last week, from both the scientific data and anecdotal evidence, it could be suggested that some of those under the Prime Minister's charge are not treating this lockdown with the seriousness that the situation warrants. Another (again anonymous) source told the same paper that 'compliance is the big thing', with the informant keen to stress that 'individual, small acts… add up to a big impact'.
Although Whitty is a reassuring presence, I think it is a damning (and depressing for those of us who still see something noble in public service) indictment of the state of our shared politics, that an until recently anonymous public health official can deliver a more convincing and respected message than our elected Prime Minister. The contrast is particularly revealing when the two are side-by-side: where Whitty is specific, authoritative and sombre; the Prime Minister is ruffled, a smirk never far from his lips, unable to summon detailed scientific data in his extended answers to questioning, and perpetually searching for the lofty metaphor.
After the Prime Minister's New Year message, when he proposed that 2020 had seen us rediscover 'a spirit of togetherness', Alastair Campbell offered Johnson the following pertinent advice:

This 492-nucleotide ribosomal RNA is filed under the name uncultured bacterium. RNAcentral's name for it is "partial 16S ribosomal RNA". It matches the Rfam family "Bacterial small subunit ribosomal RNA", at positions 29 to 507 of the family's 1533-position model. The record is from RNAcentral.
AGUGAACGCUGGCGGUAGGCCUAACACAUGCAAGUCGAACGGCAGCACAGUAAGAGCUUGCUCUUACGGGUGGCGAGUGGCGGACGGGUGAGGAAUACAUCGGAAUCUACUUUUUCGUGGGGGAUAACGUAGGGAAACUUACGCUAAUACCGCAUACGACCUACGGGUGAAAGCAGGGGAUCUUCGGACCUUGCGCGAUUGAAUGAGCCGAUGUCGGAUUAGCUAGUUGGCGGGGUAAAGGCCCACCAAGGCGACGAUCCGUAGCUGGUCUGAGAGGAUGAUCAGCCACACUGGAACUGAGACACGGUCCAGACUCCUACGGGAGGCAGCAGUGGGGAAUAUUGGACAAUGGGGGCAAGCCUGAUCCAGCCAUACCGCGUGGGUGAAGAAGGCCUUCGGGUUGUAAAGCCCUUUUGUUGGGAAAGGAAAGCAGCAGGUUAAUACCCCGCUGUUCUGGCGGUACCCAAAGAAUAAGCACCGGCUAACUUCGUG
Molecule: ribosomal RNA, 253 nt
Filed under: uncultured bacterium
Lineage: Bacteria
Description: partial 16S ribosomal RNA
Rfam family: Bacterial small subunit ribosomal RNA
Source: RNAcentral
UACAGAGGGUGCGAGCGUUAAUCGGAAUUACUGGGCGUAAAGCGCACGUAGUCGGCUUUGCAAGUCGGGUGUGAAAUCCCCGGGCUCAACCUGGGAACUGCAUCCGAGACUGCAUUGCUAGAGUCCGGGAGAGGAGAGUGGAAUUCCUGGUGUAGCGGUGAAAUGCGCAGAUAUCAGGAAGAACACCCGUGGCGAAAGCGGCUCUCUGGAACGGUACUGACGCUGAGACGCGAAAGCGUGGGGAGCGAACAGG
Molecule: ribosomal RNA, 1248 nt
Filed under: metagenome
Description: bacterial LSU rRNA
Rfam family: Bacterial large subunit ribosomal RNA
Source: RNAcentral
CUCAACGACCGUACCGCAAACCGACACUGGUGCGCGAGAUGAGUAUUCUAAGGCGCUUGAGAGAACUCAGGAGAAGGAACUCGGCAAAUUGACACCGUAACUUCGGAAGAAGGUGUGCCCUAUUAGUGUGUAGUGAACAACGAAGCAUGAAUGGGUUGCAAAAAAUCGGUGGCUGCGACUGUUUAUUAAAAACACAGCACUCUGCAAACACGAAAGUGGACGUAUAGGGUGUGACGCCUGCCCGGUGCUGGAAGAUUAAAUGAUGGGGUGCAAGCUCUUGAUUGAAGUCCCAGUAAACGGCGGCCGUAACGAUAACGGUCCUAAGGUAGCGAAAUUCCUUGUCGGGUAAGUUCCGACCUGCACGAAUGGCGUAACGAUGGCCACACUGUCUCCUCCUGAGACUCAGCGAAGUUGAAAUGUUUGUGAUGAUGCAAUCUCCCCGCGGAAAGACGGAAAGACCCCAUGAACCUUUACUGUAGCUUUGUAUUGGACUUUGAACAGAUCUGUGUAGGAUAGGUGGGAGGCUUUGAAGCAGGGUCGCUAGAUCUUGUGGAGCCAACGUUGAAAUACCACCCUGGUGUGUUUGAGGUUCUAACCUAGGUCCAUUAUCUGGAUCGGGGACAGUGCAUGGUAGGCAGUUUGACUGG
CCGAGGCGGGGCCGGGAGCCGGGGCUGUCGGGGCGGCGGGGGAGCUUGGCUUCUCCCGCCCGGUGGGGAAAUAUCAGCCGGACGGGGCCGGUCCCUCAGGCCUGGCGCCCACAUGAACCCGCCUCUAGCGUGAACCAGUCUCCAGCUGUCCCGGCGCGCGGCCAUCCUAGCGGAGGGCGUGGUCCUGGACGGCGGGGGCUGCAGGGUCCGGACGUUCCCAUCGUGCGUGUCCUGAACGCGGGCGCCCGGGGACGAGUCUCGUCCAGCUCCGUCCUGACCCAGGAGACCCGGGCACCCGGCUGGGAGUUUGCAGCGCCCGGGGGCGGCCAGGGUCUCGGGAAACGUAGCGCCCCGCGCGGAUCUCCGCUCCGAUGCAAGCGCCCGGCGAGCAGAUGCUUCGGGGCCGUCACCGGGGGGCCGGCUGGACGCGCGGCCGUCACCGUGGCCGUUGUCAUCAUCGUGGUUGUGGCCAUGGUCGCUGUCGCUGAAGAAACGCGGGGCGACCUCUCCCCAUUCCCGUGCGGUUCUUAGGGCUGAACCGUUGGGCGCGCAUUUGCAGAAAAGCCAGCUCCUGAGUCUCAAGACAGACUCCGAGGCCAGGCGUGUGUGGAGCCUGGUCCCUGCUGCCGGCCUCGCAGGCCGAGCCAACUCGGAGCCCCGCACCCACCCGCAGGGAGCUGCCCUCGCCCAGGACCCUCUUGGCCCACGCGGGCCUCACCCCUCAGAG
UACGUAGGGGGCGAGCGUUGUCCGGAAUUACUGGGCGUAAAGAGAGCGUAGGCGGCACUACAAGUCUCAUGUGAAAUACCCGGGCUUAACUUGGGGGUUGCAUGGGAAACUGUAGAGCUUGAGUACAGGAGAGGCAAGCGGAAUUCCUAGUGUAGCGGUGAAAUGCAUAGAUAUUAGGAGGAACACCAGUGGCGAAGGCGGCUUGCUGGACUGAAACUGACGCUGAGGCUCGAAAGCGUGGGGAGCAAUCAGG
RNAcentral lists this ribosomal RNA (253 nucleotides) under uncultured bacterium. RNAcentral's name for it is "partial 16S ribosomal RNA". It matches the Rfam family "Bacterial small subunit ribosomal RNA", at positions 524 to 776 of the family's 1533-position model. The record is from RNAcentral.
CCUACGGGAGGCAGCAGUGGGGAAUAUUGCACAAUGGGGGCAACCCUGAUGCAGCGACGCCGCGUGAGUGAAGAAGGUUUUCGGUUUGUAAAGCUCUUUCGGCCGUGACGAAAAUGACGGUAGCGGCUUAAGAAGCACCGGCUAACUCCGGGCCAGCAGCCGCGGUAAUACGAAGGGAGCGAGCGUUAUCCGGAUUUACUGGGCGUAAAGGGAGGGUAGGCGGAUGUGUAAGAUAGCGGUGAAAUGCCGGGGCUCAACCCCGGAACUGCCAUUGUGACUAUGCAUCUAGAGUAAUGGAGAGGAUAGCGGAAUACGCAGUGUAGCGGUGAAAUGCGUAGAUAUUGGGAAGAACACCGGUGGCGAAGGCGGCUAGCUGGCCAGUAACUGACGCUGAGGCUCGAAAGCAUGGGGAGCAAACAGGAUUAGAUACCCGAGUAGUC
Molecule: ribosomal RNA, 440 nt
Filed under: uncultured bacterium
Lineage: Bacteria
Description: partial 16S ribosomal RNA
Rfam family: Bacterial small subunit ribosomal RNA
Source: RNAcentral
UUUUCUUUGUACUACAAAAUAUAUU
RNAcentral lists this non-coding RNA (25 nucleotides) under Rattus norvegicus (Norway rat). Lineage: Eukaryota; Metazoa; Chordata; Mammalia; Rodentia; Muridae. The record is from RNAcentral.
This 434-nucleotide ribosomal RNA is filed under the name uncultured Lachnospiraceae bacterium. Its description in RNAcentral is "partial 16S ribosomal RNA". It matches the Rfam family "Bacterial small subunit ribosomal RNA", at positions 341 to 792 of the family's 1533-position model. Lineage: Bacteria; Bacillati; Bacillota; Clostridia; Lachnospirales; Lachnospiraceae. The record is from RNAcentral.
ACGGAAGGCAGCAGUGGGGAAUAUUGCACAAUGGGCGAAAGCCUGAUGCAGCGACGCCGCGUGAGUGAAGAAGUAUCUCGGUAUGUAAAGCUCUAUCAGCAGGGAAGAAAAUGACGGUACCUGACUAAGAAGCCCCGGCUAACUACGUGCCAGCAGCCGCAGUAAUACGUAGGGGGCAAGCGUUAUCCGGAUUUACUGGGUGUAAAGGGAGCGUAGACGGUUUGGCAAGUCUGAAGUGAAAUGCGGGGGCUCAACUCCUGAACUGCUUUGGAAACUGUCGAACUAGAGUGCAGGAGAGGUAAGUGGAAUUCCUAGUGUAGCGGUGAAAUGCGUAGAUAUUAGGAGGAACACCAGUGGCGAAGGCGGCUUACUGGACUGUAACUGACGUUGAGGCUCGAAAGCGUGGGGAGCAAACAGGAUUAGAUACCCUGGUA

1. Get a comb
2. Stop lying
3. Stop smirking
4. Stop trolling
5. Stop sloganising
6. Stop over-promising
7. Stop treating Parliament with contempt
8. Instead of clapping for nurses, pay them
9. Get a grip of your dad
Whilst I do not deny that, with a once in a century pandemic, he has been dealt a tough hand, it is not a novel observation that the Prime Minister is not up to the job – his desire to be the bringer of light and joy rendering him seemingly unable to make a proactive decision. Sir Max Hastings, who was Editor at the Daily Telegraph
during Johnson's stint as its Brussels Correspondent and memorably suggested he is more Alan Partridge than Winston Churchill, believes we should be aghast at the manner in which we are being governed 'by leaders bereft of respect for the virtues of discipline, procedure, [and] the civil service'.